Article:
Nationwide housing production edged down 1.1 percent in July, but confidence of homebuilders hasn’t been higher since February 2007, mostly riding on the single best month for housing permits since 2008.
Let’s start with the numbers: The seasonally adjusted annual rate of housing starts sat at 746,000 units in July, according to stats from HUD and the U.S. Census Bureau. After four consecutive months of gains, single-family housing starts fell back 6.5 percent to a seasonally adjusted annual rate of 502,000 units in July. Meanwhile, multifamily starts posted a 12.4 percent gain to 244,000 units, their strongest pace since February.
However, builders pulled more permits for planned new-home projects than they have in any month since August of 2008. Issuance of new building permits, which can be an indicator of future building activity, rose 6.8 percent to a seasonally adjusted annual rate of 812,000 units in July — the fastest pace in nearly four years. Single-family permits rose 4.5 percent to 513,000 units (their best pace since March of 2010) while multifamily permits rose 11.2 percent to 299,000 units.
This all leads to builder confidence in the market for newly built, single-family homes, which improved for a fourth consecutive month in August — a two-point gain to 37 on the National Association of Home Builders/Wells Fargo Housing Market Index (HMI). This gain builds on a six-point increase in July and brings the index to its highest level since February of 2007.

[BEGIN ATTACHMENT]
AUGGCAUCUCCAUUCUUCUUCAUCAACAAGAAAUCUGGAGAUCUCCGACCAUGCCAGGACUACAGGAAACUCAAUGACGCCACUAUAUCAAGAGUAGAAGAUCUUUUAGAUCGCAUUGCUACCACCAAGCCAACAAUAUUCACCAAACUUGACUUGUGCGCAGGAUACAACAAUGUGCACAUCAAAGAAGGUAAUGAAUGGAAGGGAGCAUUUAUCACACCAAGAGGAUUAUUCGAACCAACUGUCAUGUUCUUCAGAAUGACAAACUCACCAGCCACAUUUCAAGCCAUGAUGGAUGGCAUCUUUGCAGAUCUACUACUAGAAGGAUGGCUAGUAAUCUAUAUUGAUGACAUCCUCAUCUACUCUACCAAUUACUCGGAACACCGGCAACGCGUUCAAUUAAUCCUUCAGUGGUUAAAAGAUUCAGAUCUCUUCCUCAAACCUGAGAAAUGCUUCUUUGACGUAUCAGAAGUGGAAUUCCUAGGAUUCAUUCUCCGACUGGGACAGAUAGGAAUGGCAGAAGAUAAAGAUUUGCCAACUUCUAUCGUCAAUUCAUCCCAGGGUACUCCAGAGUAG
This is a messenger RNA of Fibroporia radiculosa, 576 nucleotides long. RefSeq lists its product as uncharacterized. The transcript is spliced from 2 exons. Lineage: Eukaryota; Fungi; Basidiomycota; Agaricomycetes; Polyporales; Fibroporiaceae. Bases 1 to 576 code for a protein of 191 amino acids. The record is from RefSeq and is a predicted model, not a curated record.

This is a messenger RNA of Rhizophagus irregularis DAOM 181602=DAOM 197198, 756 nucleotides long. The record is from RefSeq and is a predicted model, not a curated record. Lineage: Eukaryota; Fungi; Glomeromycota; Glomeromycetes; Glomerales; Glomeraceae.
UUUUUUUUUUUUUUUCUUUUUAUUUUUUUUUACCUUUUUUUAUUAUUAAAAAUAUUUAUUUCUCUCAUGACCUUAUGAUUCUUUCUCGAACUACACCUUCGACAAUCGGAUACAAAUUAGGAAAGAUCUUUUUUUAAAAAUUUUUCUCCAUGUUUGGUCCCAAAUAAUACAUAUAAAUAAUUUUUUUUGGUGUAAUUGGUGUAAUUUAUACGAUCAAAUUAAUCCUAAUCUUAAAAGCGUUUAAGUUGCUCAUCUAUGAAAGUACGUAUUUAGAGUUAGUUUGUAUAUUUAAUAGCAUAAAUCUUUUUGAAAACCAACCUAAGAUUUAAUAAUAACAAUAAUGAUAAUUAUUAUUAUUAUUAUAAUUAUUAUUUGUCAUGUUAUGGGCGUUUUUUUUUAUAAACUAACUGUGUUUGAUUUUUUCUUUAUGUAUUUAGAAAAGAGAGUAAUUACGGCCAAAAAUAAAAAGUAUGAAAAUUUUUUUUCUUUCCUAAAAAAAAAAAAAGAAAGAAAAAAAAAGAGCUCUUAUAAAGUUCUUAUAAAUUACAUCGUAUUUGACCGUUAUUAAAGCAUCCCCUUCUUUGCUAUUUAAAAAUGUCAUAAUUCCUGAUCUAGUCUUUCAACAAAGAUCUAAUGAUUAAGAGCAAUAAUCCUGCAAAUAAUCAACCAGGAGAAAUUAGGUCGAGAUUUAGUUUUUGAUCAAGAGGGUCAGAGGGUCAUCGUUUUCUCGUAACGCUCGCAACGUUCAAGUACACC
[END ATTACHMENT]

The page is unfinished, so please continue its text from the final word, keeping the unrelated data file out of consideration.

“From the builder’s perspective, current sales conditions, sales prospects for the next six months and traffic of prospective buyers are all better than they have been in more than five years,” said Barry Rutenberg, chairman of NAHB and a homebuilder from Gainesville, Fla. “While there is still much room for improvement, we have come a long way from the depths of the recession and the outlook appears to be brightening.”
Regionally, builder confidence rose nine points to 42 in the Midwest and two points to 35 in the South, but declined nine points to 25 in the Northeast and three points to 40 in the West in August. For the August HMI release, NAHB is introducing an alternative trend comparison of regional HMIs by also showing a three-month moving average of each region's index. The current three-month moving averages show a two-point decline to 29 in the Northeast, a five-point gain to 35 in the Midwest, a three-point gain to 32 in the South and a three-point gain to 38 in the West.